When you're sick with mental illness, being aloof from others can often feel like your best friend.
Each night after a full day of activities I'd be in bed by 8 o'clock and get up by 7. I'd begin with a long walk by myself, dropping by the pharmacy on Main Street to get a cup of coffee, chatting briefly with those on their way to work in town.
Walking, along with watching nature and drinking cups of coffee, had all been part of my life since my teens. My morning walks were a form of meditation. They were an opportunity to consider what else I needed to do to become more normal as the rhythms of my steps and my observations of the world around me affirmed that I was real. As long as I was alone, I felt part of a subtle ecosystem, spiritually joined with the trees and the squirrels. Once faced with having to show people who I was, of having to seriously interact with them, the comfort of my surroundings fell apart. I melted into soft anxiety. I was pulled deeper into wanting to be alone.
For most of my adult life I had rarely taken the time to listen to people. Perhaps because I was overly concerned with protecting myself, keeping my limitations and weaknesses from being discovered during a conversation. So I kept my conversations with people short and superficial and would pull away from any sustained subject. As a result it wasn't until much later, after I began getting healthier, that I learned that people, other people, had concerns and problems just like me.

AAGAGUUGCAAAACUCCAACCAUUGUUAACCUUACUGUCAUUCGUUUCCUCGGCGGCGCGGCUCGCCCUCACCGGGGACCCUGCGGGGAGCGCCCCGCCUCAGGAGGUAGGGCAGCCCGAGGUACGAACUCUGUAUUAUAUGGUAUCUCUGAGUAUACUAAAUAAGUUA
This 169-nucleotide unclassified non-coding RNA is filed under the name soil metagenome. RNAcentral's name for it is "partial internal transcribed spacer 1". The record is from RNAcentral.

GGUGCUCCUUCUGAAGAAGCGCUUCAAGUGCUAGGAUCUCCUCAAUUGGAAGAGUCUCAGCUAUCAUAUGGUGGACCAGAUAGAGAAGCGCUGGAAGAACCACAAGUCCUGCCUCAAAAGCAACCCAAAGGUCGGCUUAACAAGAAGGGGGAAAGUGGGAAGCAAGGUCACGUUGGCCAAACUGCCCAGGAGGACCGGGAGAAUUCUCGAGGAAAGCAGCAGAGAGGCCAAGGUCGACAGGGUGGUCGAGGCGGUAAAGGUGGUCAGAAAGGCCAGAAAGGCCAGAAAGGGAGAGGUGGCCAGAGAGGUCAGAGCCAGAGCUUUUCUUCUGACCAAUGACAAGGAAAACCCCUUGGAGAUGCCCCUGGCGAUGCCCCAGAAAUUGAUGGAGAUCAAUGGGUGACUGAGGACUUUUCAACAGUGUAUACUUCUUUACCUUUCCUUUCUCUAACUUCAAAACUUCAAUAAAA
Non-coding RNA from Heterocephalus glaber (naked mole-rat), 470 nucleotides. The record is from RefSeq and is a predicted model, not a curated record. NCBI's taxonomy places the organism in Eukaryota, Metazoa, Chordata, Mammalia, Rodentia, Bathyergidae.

My doctors had encouraged my meditation and my walking. Some how, as I moved along the streets, morning after morning, I began to discover that the world around me was bigger, more interesting, and even safer than the world that existed inside my head.
To be continued ...